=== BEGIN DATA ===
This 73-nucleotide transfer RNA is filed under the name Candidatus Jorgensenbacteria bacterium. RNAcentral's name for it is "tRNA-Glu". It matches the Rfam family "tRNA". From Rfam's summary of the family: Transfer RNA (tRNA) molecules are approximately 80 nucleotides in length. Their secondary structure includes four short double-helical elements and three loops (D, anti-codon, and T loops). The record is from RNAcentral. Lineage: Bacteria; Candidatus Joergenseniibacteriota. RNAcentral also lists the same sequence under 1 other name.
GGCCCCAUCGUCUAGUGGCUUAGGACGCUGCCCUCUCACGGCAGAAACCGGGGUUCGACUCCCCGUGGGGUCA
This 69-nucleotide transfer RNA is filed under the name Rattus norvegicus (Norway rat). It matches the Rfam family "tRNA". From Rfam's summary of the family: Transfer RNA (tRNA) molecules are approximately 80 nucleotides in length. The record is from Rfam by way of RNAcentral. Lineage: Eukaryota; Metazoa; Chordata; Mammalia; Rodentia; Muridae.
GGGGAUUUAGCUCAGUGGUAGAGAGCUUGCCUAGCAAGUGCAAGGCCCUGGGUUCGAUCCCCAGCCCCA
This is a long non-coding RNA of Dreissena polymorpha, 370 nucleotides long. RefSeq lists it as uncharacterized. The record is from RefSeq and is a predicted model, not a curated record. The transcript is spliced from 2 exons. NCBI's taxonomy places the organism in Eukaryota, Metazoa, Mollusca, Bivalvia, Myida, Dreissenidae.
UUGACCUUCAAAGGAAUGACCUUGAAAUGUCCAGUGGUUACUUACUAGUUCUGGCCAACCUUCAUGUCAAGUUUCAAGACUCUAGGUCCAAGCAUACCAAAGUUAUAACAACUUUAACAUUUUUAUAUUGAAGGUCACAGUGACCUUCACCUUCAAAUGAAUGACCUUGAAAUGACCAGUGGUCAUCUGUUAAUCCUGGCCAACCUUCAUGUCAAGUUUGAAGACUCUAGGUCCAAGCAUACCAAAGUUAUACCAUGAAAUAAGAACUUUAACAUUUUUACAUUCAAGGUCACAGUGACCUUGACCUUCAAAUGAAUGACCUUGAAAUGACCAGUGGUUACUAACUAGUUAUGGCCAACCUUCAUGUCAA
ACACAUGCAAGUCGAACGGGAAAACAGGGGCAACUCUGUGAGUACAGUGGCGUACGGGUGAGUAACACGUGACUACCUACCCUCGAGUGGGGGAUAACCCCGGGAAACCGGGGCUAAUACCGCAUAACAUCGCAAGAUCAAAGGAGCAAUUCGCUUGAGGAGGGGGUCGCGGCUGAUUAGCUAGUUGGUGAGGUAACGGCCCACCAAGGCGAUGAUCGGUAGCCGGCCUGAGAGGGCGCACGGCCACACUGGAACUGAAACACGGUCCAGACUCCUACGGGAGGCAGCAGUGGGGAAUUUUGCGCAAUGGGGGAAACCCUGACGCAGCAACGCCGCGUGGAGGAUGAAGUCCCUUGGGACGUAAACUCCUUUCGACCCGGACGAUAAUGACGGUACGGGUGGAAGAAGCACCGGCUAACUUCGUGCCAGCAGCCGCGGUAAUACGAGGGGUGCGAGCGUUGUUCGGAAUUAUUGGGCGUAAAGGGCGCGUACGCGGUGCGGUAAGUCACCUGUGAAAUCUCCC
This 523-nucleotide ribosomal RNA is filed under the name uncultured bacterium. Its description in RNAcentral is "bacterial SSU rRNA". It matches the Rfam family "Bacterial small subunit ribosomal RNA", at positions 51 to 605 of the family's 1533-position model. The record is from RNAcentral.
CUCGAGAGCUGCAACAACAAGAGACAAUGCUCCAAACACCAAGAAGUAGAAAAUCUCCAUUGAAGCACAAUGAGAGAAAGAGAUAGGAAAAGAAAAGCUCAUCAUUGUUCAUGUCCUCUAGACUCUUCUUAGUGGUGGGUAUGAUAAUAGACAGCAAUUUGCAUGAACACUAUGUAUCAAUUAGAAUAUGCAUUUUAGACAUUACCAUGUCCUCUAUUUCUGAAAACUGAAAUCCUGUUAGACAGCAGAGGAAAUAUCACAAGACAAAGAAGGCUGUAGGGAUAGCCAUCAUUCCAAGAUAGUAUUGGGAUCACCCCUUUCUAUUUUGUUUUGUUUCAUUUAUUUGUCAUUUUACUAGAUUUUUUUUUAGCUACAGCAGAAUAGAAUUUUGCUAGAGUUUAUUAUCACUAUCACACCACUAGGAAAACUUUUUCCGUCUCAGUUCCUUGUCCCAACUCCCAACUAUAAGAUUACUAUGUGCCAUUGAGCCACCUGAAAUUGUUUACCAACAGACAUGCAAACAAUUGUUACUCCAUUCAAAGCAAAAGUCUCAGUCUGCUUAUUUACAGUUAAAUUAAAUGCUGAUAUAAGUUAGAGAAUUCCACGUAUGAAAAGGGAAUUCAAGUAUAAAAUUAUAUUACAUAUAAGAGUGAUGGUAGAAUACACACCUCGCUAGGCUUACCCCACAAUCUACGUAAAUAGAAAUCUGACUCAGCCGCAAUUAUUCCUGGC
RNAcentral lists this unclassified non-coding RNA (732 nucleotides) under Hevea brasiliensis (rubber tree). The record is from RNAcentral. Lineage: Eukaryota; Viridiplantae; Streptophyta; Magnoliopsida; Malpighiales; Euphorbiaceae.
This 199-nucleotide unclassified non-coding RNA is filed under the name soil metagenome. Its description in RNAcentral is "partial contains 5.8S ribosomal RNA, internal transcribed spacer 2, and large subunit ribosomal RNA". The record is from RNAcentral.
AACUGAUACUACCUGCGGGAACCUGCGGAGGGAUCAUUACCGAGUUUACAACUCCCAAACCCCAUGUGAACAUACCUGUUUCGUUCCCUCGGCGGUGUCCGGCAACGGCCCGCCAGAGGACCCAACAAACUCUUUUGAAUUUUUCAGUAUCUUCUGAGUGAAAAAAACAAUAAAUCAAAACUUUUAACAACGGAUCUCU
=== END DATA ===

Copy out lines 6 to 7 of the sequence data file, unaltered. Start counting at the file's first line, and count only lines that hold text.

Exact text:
UUGACCUUCAAAGGAAUGACCUUGAAAUGUCCAGUGGUUACUUACUAGUUCUGGCCAACCUUCAUGUCAAGUUUCAAGACUCUAGGUCCAAGCAUACCAAAGUUAUAACAACUUUAACAUUUUUAUAUUGAAGGUCACAGUGACCUUCACCUUCAAAUGAAUGACCUUGAAAUGACCAGUGGUCAUCUGUUAAUCCUGGCCAACCUUCAUGUCAAGUUUGAAGACUCUAGGUCCAAGCAUACCAAAGUUAUACCAUGAAAUAAGAACUUUAACAUUUUUACAUUCAAGGUCACAGUGACCUUGACCUUCAAAUGAAUGACCUUGAAAUGACCAGUGGUUACUAACUAGUUAUGGCCAACCUUCAUGUCAA
ACACAUGCAAGUCGAACGGGAAAACAGGGGCAACUCUGUGAGUACAGUGGCGUACGGGUGAGUAACACGUGACUACCUACCCUCGAGUGGGGGAUAACCCCGGGAAACCGGGGCUAAUACCGCAUAACAUCGCAAGAUCAAAGGAGCAAUUCGCUUGAGGAGGGGGUCGCGGCUGAUUAGCUAGUUGGUGAGGUAACGGCCCACCAAGGCGAUGAUCGGUAGCCGGCCUGAGAGGGCGCACGGCCACACUGGAACUGAAACACGGUCCAGACUCCUACGGGAGGCAGCAGUGGGGAAUUUUGCGCAAUGGGGGAAACCCUGACGCAGCAACGCCGCGUGGAGGAUGAAGUCCCUUGGGACGUAAACUCCUUUCGACCCGGACGAUAAUGACGGUACGGGUGGAAGAAGCACCGGCUAACUUCGUGCCAGCAGCCGCGGUAAUACGAGGGGUGCGAGCGUUGUUCGGAAUUAUUGGGCGUAAAGGGCGCGUACGCGGUGCGGUAAGUCACCUGUGAAAUCUCCC